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June 5th, 2000

The CFHT Open Cluster Survey : NGC 2099

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The CFHT Open Cluster Survey : NGC 2099

Credit: Image courtesy of Harvey Richer1, Patrick Durrell1, Gregory Fahlman2,
J. Kalirai1, F. D'Antona3 & G. Marconi3

1 University of British Columbia, Vancouver, Canada
2 Canada-France-Hawaii Telescope Corporation, Hawaii, USA
3 Osservatorio Astronomico di Roma, Italy

(for more details see: the press release presented at the AAS meeting in Rochester, NY, June 5th, 2000.)

The interstellar space is mostly empty. Every now and then however, a gigantic cloud of dust and gas, a so-called Giant Molecular Cloud, is formed, usually in a spiral arm of the Galaxy. These GMC's contain enough material to build thousands of stars like our Sun. Through a poorly understood process, parts of the GMC collapse as gravity overwhelms the internal pressures. The GMC fragments into ever smaller pieces culminating in the formation of individual stars which may remain loosely bound to one another by gravity. These structures appear to us as Open Star Clusters. The fate of these clusters is to be torn apart by the tidal pull of other large GMCs as they orbit about the center of the Galaxy. Although a few of them will survive as long as a few billion years, at least, most of them will be dispersed faster. Nevertheless, they survive long enough for the more massive stars to complete their thermonuclear evolution, passing into the stellar graveyard of white dwarfs.

Open clusters are important because they provide a tool to study the formation and evolution of Galactic stellar populations. The stars within a single cluster formed at the same time and under the same conditions, allowing the astronomer to reliably determine the cluster age. Since clusters are both forming and dissolving at the present time, it is possible to use the population of clusters to develop a fairly complete picture of the life-cycle of the clusters and the stars they contain. An analogy is to consider the human population in a large school complex offering classes from kindergarten to 12th grade, where even a brief study would be sufficent for a trained scientist to fully characterize the development of the human species from early childhood through to adulthood.

This week's image presents NGC 2099, also known as Messier 37, a rich open cluster located about 5000 light years away, in the constellation Auriga. The cluster, containing about 2000 stars, was imaged with the CFH12K mosaic camera in October 1999. It is a member of a carefully selected sample of open clusters, spanning a range of ages from about 1 to 5 billion years old. This sample was selected so that the Astronomers could study the white dwarf population. White dwarfs are the most common kind of star in the Galaxy. All stars whose initial mass is up to about 5 times that of the sun will end up as white dwarfs once the nuclear energy stores are depleted. It is the fate of the sun. However, many chapters the white dwarf story remain to be written, mainly because these earth-sized, very dense balls of carbon and oxygen are exceedingly faint and therefore difficult to study.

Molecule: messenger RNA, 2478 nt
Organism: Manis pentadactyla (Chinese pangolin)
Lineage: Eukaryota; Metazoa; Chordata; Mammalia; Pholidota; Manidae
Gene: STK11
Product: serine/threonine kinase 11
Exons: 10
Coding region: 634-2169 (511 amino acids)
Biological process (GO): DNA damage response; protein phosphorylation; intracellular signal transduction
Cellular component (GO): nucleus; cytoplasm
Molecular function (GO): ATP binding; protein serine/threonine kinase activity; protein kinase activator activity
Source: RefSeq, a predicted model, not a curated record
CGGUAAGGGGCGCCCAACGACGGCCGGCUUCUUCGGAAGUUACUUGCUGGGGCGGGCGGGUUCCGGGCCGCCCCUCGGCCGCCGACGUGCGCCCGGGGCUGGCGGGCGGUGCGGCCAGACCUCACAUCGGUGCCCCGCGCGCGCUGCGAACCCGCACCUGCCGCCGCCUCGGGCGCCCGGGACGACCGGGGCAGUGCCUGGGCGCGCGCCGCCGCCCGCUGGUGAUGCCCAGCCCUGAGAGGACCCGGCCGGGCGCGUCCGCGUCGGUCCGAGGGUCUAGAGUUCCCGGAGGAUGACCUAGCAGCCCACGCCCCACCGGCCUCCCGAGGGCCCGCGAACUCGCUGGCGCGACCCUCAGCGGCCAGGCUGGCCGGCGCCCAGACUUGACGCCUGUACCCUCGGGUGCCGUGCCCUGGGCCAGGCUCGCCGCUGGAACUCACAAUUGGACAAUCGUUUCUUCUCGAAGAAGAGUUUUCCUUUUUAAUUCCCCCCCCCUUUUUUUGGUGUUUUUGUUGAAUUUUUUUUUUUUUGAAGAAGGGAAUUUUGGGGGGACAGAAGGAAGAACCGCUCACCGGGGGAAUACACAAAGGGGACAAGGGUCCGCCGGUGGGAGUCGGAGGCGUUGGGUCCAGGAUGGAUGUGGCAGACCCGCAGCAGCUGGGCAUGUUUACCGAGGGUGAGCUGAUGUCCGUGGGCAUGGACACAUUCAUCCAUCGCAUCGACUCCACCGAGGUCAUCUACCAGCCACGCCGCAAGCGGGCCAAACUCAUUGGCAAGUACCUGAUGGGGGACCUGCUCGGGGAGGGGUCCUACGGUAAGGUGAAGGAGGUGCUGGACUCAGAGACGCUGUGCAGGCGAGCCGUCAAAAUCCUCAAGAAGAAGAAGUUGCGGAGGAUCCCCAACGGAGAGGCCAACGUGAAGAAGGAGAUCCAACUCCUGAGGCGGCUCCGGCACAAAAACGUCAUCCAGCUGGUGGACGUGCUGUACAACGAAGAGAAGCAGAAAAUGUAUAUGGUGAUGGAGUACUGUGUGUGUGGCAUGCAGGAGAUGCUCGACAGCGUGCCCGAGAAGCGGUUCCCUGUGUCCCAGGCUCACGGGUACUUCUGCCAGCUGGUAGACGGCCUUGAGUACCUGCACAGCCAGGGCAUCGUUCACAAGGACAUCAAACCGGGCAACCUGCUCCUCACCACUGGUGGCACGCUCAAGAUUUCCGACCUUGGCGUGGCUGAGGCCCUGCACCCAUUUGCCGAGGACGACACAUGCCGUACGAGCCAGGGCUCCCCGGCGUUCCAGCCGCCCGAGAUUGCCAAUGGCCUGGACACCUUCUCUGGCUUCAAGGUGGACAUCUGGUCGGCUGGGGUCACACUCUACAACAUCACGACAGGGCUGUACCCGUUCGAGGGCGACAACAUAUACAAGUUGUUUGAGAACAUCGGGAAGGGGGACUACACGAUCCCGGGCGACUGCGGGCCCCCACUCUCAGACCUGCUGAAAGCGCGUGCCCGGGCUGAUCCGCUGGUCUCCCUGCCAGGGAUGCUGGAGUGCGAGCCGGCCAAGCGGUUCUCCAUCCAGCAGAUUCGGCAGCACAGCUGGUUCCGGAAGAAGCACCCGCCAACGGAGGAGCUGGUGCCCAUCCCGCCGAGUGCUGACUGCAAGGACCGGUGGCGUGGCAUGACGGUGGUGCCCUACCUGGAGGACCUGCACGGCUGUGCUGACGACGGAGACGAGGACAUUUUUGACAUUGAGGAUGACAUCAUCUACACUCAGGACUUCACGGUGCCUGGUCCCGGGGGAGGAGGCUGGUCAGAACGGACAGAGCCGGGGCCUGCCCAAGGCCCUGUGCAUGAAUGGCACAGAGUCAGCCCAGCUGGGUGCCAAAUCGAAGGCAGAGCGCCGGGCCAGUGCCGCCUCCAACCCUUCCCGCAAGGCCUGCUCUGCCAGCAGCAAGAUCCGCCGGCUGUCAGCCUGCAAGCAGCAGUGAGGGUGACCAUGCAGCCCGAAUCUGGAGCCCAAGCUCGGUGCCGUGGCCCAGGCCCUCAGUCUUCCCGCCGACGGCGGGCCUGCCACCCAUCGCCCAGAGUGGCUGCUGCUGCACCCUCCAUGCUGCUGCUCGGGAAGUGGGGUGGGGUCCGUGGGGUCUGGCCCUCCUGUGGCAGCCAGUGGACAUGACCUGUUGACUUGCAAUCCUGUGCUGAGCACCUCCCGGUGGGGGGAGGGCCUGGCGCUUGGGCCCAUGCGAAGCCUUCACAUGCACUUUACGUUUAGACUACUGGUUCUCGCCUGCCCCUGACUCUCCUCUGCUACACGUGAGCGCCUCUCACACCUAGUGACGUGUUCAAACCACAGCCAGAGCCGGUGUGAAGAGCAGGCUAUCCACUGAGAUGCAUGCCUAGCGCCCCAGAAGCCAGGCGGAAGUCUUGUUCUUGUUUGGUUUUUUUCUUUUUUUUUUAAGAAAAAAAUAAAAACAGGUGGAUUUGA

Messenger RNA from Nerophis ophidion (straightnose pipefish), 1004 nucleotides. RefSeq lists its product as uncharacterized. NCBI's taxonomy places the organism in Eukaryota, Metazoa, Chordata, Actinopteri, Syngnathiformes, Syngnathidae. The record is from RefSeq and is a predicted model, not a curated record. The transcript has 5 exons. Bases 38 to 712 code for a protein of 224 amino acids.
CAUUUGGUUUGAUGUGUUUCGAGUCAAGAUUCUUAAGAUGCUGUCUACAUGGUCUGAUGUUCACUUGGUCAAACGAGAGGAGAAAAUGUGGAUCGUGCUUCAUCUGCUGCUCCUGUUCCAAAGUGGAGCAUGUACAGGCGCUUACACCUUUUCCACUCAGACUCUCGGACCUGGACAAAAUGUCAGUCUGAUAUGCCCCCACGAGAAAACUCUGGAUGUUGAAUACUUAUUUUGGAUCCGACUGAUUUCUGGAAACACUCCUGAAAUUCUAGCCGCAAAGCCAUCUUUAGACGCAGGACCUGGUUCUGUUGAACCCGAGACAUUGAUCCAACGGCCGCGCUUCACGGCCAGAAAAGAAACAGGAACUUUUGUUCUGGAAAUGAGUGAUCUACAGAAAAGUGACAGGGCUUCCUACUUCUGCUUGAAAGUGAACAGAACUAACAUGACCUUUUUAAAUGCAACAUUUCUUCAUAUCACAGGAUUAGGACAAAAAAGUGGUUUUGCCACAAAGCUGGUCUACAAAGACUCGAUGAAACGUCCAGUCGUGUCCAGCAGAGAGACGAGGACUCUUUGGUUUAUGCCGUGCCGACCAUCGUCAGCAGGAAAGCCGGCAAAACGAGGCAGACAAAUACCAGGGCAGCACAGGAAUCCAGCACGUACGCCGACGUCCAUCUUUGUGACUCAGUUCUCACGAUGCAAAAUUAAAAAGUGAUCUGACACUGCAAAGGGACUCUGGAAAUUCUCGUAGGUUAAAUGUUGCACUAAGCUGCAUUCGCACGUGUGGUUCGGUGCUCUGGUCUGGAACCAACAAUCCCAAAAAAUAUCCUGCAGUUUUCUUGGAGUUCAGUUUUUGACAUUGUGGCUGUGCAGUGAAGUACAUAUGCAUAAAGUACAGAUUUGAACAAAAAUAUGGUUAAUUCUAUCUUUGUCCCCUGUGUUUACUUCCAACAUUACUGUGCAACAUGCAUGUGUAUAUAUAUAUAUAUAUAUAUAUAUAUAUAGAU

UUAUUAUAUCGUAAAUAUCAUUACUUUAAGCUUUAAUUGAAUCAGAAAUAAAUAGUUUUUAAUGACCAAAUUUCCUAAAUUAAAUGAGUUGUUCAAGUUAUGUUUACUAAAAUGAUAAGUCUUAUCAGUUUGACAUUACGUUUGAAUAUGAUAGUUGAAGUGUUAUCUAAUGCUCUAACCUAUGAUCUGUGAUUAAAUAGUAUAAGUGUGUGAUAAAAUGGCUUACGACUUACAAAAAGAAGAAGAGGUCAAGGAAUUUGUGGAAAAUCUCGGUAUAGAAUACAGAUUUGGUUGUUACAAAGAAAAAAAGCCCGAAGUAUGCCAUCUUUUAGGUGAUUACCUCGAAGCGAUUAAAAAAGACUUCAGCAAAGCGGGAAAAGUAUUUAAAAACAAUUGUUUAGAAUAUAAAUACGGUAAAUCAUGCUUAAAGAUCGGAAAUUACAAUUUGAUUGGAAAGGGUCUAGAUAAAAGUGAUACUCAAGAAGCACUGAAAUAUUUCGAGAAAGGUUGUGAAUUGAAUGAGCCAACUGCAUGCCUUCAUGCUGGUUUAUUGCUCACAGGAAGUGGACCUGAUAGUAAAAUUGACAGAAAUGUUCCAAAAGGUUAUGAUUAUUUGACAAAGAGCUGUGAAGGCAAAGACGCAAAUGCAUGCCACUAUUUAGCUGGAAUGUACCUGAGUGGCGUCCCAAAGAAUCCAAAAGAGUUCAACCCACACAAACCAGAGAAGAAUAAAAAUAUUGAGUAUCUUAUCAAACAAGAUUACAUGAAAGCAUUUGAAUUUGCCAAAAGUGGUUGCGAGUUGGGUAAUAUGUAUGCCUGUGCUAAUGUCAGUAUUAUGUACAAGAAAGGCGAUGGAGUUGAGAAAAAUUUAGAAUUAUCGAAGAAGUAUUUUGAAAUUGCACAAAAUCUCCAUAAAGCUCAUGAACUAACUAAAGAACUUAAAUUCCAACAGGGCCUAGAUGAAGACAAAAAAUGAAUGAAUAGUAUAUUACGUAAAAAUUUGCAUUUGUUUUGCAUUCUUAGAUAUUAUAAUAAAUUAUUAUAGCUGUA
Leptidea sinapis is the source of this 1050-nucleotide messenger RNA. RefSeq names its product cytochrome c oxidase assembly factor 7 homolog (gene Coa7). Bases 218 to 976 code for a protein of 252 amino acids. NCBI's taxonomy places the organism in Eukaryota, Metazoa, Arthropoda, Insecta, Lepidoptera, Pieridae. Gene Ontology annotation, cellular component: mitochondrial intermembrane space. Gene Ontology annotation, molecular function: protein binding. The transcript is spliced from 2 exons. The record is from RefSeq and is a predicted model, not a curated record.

An important tool for studying open clusters is the colour-magnitude diagram; essentially a plot of the relationship between the surface temperature and the apparent brightness of a star. Since the members of an open cluster are all at the same distance, they will define very tight sequences in a color-magnitude diagram. The diagram for NGC 2099 can be viewed here. The left panel shows the existing data before the recent study. The author's recent work is shown in the right panel. The stars belonging to the cluster lie along the thin diagonal sequence seen in the upper part of the figure, it is especially clear in the right panel. Most of the remaining stars are located elsewhere in our Galaxy, at a different distance than the cluster but along the same direction. In the lower left a handful of points mark the presence of the cluster white dwarfs; the wheat amongst all the chaff for this study.

Technical description:

This two-color picture of NGC 2099 was created from separate five minute exposures at blue and yellow wavelengths using the CFHT12K camera at the Canada-France-Hawaii Telescope. The complete field of view is 28 by 42 minutes of arc. The wide field of view is a key feature of the CFH12K and is an important factor making the comprehensive survey of relatively nearby Open Clusters a feasible program.

next week: The enigmatic stars of Dr. Wolf and Mr. Rayet

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